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“You wouldn’t know it existed unless you were told directly about it. You weren’t reading about it anywhere. There was nothing. It was a very closed-door experience.” There’s little that bonds people more than a shared secret. Saudi-born American producer Todd Nims underscores this as he recalls his earliest memory of the Saudi Film Festival, the country’s first and oft-described “most local” event of its kind.
Launched in 2008 in yhe Saudi Arts and Cultural Society (SASCA) — a small cultural center in the city of Dammam — in the beginning, it comprised just 80 or so filmmakers from across the country, a lot of them meeting for the first time after hearing about the gathering purely via word-of-mouth. The creation of the Dubai International Film Festival in 2007, followed by the Gulf Film Festival in 2008, also held in Dubai, somewhat jump-started the creation of Saudi’s own offering.
“I met all the Saudi filmmakers at the inaugural Gulf Film Festival because I had a movie about Saudi showing there [the 2007 documentary Home: The Aramco Brats’ Story],” says Nims. “When I got back [to Saudi], I dropped by the film festival they’d told me about. But it was a very small thing. Because everything was just way different back then — it was a totally different scene from today.”
Of course, at this point there was one very stark difference between the UAE events and the one sparking in Saudi: In the latter, cinemas and public gatherings were still considered “haram” (forbidden) by the Mutaween, the country’s powerful religious police force.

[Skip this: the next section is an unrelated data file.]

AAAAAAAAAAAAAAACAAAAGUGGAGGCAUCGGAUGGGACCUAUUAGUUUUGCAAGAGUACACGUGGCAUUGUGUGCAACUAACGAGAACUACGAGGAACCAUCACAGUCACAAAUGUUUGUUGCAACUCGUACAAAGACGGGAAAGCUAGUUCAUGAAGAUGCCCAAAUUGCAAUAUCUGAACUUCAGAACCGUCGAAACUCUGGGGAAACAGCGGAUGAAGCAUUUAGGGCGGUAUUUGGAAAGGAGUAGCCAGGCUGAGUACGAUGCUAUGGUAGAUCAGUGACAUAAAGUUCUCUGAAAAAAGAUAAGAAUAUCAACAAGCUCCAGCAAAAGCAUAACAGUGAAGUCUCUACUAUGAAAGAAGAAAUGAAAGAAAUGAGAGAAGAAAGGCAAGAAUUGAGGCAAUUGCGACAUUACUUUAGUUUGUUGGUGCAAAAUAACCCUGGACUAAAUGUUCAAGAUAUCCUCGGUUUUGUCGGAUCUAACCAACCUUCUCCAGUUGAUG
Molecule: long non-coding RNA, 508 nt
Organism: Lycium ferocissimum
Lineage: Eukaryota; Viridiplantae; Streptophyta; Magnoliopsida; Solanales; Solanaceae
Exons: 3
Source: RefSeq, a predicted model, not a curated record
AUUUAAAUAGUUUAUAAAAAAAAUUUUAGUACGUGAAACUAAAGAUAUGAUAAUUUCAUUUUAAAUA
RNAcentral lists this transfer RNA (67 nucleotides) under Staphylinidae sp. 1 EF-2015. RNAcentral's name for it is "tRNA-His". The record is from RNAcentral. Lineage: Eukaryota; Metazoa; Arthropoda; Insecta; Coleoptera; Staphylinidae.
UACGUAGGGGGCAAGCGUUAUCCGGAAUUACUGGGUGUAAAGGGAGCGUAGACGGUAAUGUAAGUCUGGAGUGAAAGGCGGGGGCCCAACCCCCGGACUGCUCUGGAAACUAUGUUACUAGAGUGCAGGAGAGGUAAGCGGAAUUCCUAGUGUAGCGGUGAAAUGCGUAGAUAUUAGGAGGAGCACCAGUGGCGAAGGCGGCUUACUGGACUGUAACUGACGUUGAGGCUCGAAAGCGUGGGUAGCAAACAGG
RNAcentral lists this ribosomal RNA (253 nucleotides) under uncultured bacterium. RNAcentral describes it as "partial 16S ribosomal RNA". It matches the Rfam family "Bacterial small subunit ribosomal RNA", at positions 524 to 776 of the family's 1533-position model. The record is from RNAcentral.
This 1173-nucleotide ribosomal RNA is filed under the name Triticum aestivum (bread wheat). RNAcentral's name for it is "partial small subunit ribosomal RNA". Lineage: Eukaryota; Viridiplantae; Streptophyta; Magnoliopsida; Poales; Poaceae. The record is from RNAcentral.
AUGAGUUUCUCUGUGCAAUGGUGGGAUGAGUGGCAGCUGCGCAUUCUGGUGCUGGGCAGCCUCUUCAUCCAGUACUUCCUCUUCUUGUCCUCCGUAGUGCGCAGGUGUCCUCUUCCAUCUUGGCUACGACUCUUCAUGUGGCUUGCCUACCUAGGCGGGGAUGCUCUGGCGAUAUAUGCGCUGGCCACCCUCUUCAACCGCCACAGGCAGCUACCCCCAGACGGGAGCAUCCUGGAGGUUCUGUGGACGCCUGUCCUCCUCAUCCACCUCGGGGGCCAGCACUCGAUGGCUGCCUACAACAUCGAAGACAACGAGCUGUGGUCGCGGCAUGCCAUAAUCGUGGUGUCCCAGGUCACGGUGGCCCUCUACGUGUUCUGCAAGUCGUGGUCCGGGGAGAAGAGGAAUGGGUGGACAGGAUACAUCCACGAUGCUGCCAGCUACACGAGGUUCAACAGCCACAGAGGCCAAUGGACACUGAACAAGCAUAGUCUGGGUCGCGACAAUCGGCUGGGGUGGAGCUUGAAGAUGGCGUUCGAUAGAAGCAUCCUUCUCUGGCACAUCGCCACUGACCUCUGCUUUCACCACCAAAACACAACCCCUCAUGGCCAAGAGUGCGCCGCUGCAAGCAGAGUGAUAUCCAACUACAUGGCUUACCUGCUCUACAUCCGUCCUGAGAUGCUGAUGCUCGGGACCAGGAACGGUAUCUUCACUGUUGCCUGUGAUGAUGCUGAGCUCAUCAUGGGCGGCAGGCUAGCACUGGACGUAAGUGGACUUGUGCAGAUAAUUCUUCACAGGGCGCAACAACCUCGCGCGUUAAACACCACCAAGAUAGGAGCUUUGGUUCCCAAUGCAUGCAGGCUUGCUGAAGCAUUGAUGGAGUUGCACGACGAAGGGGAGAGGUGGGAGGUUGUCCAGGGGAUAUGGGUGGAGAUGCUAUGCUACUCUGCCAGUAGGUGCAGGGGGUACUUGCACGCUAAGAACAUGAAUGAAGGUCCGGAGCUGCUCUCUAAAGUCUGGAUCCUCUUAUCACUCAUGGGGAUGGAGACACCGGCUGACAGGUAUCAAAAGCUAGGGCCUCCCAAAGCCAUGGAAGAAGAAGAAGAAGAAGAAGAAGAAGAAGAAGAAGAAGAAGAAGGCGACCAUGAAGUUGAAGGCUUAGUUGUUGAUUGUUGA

“We can call that ‘the dark time’ for cinema and art in Saudi,” says Ahmed Almulla, the festival’s founder. “We didn’t dare dream that our festival could last for long.”
So how did a celebration of film form in a nation that had banned both communal celebrations and film screenings?
“The festival started with the name ‘Saudi Film Competition,’ ” recalls its now-artistic director Ahmed Alshayeb, who joined the organization in 2015 after keenly witnessing its early days from the outside. As well as shrewd nomenclature, Almulla had managed to get some essential paperwork from the head of SASCA, authorizing putting his dream into action.
“My first memory of that 2008 festival is of gathering with some of the young Saudi filmmakers and talking about finding the courage to screen the first film in public,” Almulla remembers. “And that meeting was when we made that decision to do it.”
And yet, after such an exciting and completely unpublicized start, a couple of steps backward were required. A Jeddah Film Festival was touted to start in 2009, yet too much media fanfare and talk of “flying actresses in” upset the nation’s conservatives enough for them to make a complaint to the government, according to Alshayeb. This led the Minister of Interior to draft a new order to prevent any events related to cinema or public screenings. “So then the Saudi Film Festival pulled back and didn’t happen that next year,” says Nims. “Not because it was shut down. But because Almulla was very careful about how he tread.”